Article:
February 11 2019

Liar Liar Fact-Check-Liars: ‘Impartial’ Fact-Checkers are Revealing Their Partisanship Against Trump

If media wants to challenge the context and politics of Republican arguments, that’s their prerogative. There are plenty of legitimately…

If media wants to challenge the context and politics of Republican arguments, that’s their prerogative. There are plenty of legitimately misleading statements worthy of fact-checkers’ attention. Yet, with a veneer of impartiality, fact-checkers often engage in a uniquely dishonest style of partisanship. And State of Union coverage gave us an abundance of examples of how they do it:

Hyper-precision fact-checking that creates the impression that a Republican is misleading the public: For this, take Politico’s insinuation that Donald Trump was lying to the public about abuse of women at the border. During the State of the Union, Trump claimed: “one in three women is sexually assaulted on the long journey north.” This contention is only “partly true,” according to Politico, because a “2017 report by Doctors Without Borders” found that only 31 percent of female migrants and 17 percent of male migrants said they had been actually abused while traveling through Mexico.

Whether Doctors Without Borders’ scary statistic is accurate or not, is one thing. Trump, however, was being called out for asserting that “one in every three” illegal immigrants has been abused attempting to cross the border rather than “33.333 percent of women” — probably a rounding error in the poll. It is almost surely the case that every past president and every politician has used “one-third” or “one-half” rather than a specific fraction, and walked away without being fact-checked.

Fact-checking subjective political assertions: The New York Times provided a masterclass in bad faith fact-checking by taking political contentions offered by the president and subjecting them to a supposed impartial test of accuracy.

In his speech, Trump called the illegal border crossing “an urgent national crisis.” The New York Times says “this is false.” Why? Because illegal border crossings have been declining for two decades, they say. Customs and Border Protection agents, they go on to explain, had arrested around 50,000 people trying to illegally cross the southwestern border each of the last three months, which was only half of the arrests they had made in comparable months in the mid-2000s.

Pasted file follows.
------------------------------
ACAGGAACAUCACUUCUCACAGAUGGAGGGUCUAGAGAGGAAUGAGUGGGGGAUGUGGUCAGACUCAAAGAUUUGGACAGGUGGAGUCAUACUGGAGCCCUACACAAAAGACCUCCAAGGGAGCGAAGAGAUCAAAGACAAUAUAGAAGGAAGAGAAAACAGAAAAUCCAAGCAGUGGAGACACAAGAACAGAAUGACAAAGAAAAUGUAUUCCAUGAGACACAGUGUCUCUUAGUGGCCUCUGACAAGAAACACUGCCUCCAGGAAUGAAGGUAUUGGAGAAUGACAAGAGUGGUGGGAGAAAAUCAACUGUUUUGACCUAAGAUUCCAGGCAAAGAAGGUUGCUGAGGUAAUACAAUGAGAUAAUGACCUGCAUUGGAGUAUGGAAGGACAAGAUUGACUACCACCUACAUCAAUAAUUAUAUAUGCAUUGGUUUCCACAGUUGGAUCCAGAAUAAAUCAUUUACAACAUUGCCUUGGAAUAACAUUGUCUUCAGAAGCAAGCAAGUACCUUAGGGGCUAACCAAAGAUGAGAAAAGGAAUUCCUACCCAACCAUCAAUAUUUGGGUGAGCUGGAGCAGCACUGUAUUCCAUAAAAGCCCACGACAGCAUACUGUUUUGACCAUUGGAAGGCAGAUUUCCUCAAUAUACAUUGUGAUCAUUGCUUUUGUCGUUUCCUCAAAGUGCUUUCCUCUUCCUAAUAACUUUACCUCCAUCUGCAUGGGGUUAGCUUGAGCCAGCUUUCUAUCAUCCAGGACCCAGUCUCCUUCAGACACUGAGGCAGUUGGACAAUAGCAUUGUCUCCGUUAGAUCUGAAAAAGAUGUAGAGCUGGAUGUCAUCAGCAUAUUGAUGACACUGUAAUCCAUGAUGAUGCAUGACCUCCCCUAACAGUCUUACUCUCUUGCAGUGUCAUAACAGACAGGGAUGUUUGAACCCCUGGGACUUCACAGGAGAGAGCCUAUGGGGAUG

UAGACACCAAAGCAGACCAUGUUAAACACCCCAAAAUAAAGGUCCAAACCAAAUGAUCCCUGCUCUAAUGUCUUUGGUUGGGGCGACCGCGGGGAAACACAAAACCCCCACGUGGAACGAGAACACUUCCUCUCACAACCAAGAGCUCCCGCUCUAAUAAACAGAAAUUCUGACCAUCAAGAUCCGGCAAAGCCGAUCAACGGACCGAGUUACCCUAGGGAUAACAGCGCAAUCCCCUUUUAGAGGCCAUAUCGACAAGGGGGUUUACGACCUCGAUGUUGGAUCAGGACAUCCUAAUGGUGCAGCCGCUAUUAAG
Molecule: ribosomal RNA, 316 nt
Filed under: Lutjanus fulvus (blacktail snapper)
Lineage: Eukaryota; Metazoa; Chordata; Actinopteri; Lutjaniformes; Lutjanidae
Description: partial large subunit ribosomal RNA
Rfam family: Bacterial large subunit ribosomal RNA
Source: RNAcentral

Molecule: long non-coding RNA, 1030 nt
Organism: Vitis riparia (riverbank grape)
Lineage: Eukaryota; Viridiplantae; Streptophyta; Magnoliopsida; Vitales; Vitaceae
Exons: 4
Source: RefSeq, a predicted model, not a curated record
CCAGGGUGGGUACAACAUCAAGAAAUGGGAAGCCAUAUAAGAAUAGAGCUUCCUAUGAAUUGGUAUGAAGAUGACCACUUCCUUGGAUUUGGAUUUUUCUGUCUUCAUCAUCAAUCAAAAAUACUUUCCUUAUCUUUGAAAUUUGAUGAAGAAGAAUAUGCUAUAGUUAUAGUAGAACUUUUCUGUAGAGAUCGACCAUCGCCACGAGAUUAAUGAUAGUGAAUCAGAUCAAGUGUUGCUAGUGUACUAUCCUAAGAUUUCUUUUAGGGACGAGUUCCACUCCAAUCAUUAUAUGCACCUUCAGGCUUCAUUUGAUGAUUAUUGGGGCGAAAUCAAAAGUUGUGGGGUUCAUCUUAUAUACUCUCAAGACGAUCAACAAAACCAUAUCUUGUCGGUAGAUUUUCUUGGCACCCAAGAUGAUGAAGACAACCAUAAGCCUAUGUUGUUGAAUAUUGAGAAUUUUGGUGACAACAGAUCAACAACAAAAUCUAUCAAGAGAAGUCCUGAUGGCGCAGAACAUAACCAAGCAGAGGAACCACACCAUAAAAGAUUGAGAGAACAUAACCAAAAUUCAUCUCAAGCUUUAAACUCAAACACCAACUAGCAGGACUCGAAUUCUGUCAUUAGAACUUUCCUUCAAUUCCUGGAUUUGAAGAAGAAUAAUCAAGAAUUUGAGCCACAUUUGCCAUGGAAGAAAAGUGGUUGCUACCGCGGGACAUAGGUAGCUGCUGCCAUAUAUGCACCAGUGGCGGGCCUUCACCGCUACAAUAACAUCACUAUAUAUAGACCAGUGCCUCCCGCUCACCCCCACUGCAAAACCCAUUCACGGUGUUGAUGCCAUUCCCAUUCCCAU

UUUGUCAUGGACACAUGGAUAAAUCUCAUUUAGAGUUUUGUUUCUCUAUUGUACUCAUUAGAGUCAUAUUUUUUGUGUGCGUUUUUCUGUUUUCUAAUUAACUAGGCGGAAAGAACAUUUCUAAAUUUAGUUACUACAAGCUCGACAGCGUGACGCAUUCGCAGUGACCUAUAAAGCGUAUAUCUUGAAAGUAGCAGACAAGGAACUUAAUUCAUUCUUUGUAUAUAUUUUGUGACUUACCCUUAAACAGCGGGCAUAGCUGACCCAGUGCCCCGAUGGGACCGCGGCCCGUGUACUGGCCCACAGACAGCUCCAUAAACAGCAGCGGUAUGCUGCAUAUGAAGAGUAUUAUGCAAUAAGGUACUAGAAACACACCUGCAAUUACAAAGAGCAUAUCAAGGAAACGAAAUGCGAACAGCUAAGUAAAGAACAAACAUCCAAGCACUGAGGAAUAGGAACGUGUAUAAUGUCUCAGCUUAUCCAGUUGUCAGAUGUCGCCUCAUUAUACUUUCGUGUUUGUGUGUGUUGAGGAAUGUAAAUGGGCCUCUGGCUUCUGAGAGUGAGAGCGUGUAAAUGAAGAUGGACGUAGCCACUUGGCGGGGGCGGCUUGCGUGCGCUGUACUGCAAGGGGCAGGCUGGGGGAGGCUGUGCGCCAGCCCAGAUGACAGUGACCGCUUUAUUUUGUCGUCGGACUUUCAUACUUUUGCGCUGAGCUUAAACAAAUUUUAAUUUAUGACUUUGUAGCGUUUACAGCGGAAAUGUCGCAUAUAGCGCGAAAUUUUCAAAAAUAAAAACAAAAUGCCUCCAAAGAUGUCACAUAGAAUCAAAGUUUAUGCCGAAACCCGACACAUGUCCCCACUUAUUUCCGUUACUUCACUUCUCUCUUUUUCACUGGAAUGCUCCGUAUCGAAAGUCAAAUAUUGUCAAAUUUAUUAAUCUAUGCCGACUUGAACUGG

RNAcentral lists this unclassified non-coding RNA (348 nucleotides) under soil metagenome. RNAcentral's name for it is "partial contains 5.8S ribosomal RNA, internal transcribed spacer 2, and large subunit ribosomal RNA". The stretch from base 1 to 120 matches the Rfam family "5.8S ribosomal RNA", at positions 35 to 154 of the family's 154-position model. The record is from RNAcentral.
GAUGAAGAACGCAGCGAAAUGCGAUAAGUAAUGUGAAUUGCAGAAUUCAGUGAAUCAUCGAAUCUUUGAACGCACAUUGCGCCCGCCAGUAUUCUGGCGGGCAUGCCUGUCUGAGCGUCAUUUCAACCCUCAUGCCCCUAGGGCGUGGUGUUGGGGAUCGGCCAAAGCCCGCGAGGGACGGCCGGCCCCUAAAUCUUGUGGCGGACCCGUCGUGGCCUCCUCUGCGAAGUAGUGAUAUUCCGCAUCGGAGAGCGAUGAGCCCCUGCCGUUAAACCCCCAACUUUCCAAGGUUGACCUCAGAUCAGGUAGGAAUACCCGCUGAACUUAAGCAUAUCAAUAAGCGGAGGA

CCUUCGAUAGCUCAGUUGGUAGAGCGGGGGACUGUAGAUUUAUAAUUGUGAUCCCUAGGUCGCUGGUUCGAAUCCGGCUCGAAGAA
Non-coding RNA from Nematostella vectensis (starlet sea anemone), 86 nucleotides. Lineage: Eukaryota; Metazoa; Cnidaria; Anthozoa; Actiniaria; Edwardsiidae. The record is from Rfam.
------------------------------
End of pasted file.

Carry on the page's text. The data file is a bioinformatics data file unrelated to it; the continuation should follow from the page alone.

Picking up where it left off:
Even if those numbers are correct, there is no way to fact-check urgency. After all, a lessening crisis doesn’t necessarily mean it isn’t a pressing one. We’ve seen a steep decline in gun violence over the past 30 years. Would The New York Times ever “fact-check” a Democrat who argued that gun violence was an “urgent crisis” of public safety? Of course not. But this fluctuating standard allows journalists to “fact-check” any subjective political contention they desire.

If I claim that socialism is the greatest threat to American freedom and prosperity, I may well be right. I may have a lot of historical and economic evidence to back up my assertion. You can argue that I’m wrong. You can lay out statistics that attempt to prove me wrong. You can call me crazy. But you can’t produce an unbiased “fact-check” establishing that my opinion is conclusively false. You’re just writing an op-ed piece.

Partisan talking point masquerading as a fact check: “FACT CHECK: President Trump praised the record number of women in Congress, but that’s almost entirely because of Democrats, not Trump’s party,” NPR tweeted, correcting the record on a statement that the president never made.

Here’s what Trump said: “And exactly one century after Congress passed the Constitutional amendment giving women the right to vote, we also have more women serving in Congress than at any time before. That’s great. Very great. And congratulations. That’s great.”

Trump was offering his rundown on the state of the union, not the Republican Party. It’s true that presidents take credit for all the good things that happen under their watch. Trump is no exception. In this rare case, however, Trump didn’t even take credit for electing the female politicians.

In fact, he congratulated them after they broke out into cheers over his comment. Some people have argued that NPR’s piece was providing context to the president’s comment. Perhaps. Still, their nitpicking created the impression that somehow Trump had misled the public. He did not.

Fact-checking meant to obscure actual facts: The Washington Post’s fact-checking page offered a number of egregious examples of outright misinformation. In one of them, reporter Meg Kelly claimed that, “Abortion legislation in New York wouldn’t do what Trump said.”

There are a number of words in her post intimating that Trump lied about the New York and Virginia late-term abortion bills, but none of her words debunk Trump’s core contention. Ramesh Ponnuru has a good rundown here.

Here’s what Trump said: “Lawmakers in New York cheered with delight upon the passage of legislation that would allow a baby to be ripped from the mother’s womb moments before birth. These are living, feeling, beautiful, babies who will never get the chance to share their love and dreams with the world. And then, we had the case of the governor of Virginia where he stated he would execute a baby after birth.”

As I’ve noted before, the biggest clue that you’re about to read a deceptive fact check on the abortion issue is an author mentioning that “only” few abortions of viable babies take place. (Read More)